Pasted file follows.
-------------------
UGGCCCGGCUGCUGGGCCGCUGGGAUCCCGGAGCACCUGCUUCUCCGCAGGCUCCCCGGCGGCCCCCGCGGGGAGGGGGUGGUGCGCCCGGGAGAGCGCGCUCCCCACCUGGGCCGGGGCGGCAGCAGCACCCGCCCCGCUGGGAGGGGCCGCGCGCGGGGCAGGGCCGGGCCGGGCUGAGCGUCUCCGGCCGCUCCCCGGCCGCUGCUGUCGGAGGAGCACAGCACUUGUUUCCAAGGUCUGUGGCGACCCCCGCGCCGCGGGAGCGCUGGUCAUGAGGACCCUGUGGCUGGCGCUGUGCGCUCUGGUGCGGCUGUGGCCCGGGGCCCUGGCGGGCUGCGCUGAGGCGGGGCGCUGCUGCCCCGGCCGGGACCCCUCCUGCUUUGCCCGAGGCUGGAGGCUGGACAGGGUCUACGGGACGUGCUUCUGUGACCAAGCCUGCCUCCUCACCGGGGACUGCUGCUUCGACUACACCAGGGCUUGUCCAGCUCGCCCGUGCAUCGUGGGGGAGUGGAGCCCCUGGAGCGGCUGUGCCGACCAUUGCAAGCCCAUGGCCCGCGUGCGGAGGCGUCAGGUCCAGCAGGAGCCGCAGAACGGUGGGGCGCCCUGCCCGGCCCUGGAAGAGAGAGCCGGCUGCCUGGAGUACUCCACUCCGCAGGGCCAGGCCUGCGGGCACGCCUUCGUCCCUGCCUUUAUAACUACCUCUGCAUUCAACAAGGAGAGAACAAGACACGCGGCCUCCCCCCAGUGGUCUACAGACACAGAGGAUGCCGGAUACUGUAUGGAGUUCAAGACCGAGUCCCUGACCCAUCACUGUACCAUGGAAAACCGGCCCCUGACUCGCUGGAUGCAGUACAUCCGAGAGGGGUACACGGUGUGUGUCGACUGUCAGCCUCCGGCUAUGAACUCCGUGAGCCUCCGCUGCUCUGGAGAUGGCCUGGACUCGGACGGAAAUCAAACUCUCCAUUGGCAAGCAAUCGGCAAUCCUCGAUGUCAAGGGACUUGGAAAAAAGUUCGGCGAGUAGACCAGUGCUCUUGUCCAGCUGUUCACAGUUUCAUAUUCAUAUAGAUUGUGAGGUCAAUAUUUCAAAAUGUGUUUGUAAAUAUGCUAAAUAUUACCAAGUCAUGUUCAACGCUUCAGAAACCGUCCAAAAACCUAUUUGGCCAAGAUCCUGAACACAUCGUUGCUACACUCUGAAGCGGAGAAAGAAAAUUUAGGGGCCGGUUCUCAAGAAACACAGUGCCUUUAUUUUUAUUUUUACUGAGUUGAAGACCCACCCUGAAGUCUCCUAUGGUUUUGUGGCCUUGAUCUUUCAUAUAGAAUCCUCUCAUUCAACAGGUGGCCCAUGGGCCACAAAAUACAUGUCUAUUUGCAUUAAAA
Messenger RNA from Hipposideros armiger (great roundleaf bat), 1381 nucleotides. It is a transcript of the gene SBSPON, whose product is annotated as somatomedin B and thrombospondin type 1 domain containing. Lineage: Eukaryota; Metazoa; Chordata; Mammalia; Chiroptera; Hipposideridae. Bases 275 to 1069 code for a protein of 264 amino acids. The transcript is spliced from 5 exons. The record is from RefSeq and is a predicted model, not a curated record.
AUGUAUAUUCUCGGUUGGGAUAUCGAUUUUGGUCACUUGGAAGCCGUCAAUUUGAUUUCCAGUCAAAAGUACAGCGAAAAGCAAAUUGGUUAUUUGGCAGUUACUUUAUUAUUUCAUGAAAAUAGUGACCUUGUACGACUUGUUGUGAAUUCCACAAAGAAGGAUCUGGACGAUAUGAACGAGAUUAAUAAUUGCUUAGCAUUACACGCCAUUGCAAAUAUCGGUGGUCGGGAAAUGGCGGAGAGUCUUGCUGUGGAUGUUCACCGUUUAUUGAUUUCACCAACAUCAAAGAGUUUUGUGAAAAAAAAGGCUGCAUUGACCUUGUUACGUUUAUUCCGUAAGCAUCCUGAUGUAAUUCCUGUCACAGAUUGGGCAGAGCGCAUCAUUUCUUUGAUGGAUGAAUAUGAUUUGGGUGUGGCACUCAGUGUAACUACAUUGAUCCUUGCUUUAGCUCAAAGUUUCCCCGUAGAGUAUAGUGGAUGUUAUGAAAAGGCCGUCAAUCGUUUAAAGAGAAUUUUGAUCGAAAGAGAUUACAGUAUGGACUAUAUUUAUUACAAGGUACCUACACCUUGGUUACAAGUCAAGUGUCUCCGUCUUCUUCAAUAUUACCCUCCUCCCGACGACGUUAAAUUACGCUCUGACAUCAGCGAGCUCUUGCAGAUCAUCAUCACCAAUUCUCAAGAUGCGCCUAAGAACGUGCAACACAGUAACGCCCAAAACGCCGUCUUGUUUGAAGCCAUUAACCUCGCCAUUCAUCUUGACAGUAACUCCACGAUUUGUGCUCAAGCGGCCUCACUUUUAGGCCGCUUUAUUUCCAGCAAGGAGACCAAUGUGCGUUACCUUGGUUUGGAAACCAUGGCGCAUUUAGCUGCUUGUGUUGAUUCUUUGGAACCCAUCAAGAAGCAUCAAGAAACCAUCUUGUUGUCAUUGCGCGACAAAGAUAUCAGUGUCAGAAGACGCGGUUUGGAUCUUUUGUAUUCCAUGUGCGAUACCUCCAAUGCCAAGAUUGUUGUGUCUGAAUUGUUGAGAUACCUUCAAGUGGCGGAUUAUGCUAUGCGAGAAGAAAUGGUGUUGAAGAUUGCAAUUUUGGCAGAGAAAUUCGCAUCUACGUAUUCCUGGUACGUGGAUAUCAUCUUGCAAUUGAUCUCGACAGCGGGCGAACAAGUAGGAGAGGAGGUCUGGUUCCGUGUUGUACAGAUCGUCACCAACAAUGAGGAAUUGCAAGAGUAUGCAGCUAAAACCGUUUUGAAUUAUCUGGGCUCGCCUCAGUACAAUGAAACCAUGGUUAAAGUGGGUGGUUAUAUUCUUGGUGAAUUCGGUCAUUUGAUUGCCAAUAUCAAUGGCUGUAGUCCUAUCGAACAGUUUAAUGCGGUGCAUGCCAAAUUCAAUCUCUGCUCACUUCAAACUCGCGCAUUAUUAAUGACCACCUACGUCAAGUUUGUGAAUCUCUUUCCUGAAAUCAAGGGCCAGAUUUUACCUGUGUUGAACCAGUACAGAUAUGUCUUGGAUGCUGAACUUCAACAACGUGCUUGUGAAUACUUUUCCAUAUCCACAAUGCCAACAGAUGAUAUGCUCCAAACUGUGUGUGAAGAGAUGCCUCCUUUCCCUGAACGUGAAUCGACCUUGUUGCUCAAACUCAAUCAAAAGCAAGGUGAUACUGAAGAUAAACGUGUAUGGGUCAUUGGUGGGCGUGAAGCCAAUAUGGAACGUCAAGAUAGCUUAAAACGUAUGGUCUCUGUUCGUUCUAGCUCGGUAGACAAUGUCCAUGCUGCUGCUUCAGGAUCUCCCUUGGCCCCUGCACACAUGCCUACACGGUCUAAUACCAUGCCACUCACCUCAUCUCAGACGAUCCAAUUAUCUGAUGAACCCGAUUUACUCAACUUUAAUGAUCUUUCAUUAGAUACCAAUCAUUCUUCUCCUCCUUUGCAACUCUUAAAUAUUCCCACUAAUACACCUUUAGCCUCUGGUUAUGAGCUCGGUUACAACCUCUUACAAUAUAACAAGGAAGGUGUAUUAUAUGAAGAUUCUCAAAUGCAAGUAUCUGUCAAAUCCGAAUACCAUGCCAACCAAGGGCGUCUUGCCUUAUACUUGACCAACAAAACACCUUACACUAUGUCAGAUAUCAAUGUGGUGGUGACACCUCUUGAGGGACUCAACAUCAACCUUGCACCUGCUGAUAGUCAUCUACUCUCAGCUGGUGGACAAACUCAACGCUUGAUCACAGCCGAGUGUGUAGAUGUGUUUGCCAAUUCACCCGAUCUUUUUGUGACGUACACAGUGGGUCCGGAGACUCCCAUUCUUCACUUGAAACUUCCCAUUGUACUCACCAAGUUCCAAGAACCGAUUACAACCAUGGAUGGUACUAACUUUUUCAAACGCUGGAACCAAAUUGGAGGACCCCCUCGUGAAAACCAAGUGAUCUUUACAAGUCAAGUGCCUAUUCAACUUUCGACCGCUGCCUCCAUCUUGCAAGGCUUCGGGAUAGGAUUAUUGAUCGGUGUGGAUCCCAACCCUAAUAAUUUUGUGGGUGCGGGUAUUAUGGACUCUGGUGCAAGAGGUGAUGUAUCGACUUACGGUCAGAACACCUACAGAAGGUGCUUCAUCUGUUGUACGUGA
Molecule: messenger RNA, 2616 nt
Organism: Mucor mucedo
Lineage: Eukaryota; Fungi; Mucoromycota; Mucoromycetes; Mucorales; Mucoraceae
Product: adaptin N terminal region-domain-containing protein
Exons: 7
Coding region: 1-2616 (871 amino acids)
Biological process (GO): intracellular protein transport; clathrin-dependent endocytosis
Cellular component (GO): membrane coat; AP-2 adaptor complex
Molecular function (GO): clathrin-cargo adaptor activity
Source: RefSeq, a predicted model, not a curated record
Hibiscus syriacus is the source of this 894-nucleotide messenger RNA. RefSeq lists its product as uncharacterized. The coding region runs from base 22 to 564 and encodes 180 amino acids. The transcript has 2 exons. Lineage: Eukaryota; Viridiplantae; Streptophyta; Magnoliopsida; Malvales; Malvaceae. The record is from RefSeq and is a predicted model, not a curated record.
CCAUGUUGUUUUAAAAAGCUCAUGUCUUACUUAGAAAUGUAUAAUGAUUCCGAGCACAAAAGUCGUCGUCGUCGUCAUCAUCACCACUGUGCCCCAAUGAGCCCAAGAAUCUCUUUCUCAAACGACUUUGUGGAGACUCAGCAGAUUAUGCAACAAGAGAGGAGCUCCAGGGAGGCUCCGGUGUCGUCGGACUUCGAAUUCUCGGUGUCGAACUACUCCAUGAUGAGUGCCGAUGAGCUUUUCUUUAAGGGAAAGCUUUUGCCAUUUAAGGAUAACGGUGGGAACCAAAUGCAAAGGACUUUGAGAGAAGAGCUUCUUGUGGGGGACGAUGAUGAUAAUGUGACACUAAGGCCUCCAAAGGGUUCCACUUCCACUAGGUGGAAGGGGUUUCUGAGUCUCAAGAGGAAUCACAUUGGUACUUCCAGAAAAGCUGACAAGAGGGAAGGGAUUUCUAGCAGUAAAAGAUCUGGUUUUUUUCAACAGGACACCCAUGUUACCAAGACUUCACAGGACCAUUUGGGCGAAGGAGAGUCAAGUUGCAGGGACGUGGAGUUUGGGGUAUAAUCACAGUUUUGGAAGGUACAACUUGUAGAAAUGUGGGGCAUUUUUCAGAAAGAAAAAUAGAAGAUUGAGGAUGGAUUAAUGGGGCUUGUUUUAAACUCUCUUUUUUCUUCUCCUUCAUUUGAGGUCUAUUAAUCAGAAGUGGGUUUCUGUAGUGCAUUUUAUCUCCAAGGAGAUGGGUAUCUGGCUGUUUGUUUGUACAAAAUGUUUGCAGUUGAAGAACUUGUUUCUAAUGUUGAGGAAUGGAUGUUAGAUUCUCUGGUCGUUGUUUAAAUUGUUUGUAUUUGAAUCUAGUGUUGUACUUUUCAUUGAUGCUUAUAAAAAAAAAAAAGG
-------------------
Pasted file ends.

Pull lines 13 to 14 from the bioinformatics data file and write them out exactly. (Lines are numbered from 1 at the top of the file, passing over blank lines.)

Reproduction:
Source: RefSeq, a predicted model, not a curated record
Hibiscus syriacus is the source of this 894-nucleotide messenger RNA. RefSeq lists its product as uncharacterized. The coding region runs from base 22 to 564 and encodes 180 amino acids. The transcript has 2 exons. Lineage: Eukaryota; Viridiplantae; Streptophyta; Magnoliopsida; Malvales; Malvaceae. The record is from RefSeq and is a predicted model, not a curated record.